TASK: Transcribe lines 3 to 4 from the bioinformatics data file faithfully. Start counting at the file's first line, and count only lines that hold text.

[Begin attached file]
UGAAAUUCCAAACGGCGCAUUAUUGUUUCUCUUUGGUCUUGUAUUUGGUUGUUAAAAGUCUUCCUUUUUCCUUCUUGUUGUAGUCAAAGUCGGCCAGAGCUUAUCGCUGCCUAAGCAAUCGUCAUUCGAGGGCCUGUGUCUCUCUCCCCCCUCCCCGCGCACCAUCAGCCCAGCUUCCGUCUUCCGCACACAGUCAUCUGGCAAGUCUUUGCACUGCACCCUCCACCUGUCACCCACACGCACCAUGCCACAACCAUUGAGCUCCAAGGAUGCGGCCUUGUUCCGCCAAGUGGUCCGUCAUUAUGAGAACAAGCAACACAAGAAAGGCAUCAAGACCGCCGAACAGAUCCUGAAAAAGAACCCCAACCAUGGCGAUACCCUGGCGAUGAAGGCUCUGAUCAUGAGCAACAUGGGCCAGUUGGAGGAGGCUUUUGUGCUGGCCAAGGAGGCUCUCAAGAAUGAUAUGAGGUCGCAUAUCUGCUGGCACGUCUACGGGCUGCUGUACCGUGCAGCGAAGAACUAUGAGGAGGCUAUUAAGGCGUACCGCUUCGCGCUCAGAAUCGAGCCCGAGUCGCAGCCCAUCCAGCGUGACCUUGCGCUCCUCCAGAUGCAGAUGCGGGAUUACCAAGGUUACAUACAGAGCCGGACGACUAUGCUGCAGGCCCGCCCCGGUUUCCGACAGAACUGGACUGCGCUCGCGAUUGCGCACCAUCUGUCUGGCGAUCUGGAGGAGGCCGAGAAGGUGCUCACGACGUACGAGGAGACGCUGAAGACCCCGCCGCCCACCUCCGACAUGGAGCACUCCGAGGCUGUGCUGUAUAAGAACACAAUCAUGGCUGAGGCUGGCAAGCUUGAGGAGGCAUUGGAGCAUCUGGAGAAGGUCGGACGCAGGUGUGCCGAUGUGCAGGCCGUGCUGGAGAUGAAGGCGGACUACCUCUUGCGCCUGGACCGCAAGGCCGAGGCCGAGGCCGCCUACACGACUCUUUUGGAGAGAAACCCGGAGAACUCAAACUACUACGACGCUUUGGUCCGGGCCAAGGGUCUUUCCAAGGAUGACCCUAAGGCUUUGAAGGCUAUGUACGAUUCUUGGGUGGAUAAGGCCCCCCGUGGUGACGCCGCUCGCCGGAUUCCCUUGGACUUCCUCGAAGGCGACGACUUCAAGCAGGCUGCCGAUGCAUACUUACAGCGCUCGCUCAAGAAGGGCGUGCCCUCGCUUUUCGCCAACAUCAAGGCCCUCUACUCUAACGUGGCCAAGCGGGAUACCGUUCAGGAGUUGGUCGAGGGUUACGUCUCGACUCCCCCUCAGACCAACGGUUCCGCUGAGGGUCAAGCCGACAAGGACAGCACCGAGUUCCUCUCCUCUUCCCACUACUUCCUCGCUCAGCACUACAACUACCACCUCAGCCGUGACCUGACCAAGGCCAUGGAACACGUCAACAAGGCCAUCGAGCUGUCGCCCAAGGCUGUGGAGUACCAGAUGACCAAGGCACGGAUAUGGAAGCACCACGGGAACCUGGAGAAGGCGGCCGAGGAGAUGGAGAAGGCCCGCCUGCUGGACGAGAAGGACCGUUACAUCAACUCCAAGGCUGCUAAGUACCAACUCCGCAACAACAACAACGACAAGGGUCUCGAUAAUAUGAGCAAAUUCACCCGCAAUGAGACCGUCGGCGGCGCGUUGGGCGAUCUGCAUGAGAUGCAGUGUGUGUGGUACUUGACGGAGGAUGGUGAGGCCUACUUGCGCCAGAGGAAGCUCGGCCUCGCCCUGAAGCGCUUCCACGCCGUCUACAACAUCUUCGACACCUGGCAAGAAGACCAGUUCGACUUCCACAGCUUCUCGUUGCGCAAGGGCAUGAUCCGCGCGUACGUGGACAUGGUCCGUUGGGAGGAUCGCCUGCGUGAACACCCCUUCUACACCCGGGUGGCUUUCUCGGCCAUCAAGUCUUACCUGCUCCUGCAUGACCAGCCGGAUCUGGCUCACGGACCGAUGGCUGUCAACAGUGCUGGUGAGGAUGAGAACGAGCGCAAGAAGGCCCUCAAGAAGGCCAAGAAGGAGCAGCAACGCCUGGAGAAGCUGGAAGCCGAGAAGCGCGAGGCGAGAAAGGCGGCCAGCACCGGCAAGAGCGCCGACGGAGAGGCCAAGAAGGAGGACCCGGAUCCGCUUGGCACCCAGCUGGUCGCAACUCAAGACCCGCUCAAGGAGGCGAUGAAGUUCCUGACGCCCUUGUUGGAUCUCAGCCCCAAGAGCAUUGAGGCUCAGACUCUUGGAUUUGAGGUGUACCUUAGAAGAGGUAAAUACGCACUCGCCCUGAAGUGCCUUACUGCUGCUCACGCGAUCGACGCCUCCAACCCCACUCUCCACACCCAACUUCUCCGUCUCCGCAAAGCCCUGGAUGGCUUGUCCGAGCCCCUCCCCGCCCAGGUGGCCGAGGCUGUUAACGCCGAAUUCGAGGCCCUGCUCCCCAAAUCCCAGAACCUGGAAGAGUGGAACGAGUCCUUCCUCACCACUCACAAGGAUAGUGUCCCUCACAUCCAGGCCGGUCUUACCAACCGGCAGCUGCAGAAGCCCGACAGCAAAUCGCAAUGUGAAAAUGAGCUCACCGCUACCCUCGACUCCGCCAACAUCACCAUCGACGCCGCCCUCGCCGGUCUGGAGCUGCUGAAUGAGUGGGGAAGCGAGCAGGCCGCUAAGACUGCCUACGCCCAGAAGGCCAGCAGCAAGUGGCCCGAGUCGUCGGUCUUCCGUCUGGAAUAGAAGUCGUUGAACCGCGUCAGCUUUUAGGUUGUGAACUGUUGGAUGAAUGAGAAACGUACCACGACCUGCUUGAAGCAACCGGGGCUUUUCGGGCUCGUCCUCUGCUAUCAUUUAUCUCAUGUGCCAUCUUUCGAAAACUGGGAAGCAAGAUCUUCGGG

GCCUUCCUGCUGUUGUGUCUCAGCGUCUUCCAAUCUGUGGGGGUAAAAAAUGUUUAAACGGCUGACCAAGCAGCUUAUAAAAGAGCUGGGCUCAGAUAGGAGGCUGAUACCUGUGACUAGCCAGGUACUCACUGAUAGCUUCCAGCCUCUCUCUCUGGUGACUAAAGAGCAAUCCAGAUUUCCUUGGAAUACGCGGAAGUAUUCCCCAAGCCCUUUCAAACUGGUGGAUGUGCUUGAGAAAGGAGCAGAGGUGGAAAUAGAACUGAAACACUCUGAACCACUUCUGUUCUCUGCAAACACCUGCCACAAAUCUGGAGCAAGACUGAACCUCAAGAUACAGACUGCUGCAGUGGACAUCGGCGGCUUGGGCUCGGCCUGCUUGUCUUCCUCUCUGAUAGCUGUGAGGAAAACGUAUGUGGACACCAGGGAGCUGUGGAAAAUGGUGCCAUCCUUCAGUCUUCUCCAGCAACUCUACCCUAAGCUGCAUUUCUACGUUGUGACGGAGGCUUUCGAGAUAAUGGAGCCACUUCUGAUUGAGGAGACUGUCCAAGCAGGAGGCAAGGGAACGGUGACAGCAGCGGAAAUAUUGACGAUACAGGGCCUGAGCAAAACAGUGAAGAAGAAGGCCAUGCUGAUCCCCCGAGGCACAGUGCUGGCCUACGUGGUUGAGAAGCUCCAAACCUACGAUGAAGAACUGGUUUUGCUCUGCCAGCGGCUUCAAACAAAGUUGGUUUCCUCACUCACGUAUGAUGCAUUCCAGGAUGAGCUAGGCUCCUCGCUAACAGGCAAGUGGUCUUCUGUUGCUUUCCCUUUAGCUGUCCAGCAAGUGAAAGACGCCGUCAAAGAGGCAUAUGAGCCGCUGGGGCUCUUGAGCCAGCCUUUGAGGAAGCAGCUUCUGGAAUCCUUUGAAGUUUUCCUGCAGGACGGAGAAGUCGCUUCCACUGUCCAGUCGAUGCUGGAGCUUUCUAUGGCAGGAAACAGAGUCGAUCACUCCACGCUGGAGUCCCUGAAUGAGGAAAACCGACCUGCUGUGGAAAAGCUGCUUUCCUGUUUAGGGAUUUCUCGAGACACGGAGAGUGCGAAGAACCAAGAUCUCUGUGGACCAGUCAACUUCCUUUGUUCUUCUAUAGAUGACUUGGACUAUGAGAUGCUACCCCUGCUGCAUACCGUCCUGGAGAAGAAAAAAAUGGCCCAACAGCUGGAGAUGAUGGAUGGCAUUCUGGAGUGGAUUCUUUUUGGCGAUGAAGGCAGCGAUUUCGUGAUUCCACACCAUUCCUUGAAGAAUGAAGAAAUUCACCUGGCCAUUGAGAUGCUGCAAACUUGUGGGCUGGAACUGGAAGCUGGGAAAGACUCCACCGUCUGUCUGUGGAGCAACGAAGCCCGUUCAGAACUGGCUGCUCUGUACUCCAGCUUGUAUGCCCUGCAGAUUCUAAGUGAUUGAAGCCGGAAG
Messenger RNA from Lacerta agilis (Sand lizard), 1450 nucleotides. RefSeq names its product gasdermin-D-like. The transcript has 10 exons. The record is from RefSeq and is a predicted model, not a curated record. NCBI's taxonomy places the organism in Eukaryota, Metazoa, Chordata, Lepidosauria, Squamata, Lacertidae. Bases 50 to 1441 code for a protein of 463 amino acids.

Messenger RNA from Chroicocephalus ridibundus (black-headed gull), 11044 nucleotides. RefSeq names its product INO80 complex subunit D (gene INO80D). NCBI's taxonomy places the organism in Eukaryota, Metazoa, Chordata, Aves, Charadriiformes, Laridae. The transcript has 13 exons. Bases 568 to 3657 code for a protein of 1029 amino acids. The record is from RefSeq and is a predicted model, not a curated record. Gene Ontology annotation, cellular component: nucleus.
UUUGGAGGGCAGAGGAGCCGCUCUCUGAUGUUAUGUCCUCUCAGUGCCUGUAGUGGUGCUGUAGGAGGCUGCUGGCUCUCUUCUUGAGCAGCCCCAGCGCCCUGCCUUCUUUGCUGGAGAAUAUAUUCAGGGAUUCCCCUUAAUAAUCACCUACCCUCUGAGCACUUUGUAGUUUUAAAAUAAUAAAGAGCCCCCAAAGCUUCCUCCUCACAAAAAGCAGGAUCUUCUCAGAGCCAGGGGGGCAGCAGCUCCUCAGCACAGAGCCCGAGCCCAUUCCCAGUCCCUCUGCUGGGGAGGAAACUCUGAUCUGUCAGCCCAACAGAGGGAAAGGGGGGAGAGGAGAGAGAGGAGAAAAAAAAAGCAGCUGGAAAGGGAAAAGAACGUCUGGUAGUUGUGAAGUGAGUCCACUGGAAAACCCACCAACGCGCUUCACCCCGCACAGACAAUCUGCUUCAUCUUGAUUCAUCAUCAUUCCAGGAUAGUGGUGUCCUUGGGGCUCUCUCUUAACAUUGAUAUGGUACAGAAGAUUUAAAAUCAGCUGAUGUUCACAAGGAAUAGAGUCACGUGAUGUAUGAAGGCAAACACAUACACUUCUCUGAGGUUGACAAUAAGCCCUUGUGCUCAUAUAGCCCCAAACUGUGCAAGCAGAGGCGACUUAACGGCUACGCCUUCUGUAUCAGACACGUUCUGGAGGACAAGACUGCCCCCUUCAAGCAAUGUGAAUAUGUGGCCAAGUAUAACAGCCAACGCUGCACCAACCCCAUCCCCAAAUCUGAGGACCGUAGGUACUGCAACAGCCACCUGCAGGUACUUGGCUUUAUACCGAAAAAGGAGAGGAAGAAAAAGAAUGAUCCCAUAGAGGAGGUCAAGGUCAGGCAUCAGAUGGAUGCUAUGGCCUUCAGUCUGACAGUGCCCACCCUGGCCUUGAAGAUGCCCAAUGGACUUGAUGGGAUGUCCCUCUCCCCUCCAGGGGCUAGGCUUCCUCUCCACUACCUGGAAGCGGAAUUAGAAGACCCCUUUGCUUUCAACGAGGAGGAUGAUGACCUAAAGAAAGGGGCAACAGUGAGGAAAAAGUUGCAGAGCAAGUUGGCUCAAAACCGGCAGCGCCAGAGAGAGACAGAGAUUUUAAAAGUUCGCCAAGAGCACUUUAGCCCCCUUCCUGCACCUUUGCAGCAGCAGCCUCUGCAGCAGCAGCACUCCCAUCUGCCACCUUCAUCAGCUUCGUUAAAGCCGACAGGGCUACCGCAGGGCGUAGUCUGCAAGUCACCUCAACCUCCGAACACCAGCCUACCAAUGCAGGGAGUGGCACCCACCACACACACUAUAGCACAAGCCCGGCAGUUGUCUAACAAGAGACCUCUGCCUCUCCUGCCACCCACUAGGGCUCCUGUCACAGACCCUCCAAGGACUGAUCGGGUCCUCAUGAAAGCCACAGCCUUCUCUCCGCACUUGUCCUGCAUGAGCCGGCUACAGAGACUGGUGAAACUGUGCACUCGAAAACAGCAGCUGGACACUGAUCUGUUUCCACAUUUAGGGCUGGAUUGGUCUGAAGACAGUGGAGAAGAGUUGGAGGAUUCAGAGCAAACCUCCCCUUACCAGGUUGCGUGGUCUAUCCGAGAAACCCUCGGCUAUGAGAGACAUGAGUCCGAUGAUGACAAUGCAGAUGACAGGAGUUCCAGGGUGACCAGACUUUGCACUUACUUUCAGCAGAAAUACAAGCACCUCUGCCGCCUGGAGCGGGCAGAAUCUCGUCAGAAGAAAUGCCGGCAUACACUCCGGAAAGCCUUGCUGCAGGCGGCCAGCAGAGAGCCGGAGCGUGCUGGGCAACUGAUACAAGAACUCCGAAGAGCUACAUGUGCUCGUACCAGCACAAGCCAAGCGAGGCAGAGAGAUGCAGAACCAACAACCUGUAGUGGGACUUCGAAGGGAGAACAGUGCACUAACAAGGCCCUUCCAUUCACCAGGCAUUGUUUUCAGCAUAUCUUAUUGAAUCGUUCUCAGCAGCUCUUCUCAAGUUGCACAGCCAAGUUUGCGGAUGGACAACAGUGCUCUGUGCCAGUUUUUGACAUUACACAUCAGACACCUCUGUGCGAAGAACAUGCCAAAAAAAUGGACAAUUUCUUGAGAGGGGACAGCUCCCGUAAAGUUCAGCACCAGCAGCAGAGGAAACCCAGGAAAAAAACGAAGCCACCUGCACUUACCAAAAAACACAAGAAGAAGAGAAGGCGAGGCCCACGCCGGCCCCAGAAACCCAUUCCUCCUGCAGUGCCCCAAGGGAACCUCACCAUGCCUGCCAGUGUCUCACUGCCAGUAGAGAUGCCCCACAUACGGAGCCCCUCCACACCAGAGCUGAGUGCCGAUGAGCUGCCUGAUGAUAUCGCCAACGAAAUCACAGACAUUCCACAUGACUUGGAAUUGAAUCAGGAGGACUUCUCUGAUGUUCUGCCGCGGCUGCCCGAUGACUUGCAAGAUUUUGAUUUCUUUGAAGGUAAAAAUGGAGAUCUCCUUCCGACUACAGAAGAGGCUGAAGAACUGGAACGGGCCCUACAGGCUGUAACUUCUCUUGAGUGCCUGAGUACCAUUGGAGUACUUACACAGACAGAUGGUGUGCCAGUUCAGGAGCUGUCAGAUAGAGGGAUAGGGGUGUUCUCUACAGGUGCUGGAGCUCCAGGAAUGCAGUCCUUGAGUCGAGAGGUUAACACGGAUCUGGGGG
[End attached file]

Messenger RNA from Lacerta agilis (Sand lizard), 1450 nucleotides. RefSeq names its product gasdermin-D-like. The transcript has 10 exons. The record is from RefSeq and is a predicted model, not a curated record. NCBI's taxonomy places the organism in Eukaryota, Metazoa, Chordata, Lepidosauria, Squamata, Lacertidae. Bases 50 to 1441 code for a protein of 463 amino acids.

Messenger RNA from Chroicocephalus ridibundus (black-headed gull), 11044 nucleotides. RefSeq names its product INO80 complex subunit D (gene INO80D). NCBI's taxonomy places the organism in Eukaryota, Metazoa, Chordata, Aves, Charadriiformes, Laridae. The transcript has 13 exons. Bases 568 to 3657 code for a protein of 1029 amino acids. The record is from RefSeq and is a predicted model, not a curated record. Gene Ontology annotation, cellular component: nucleus.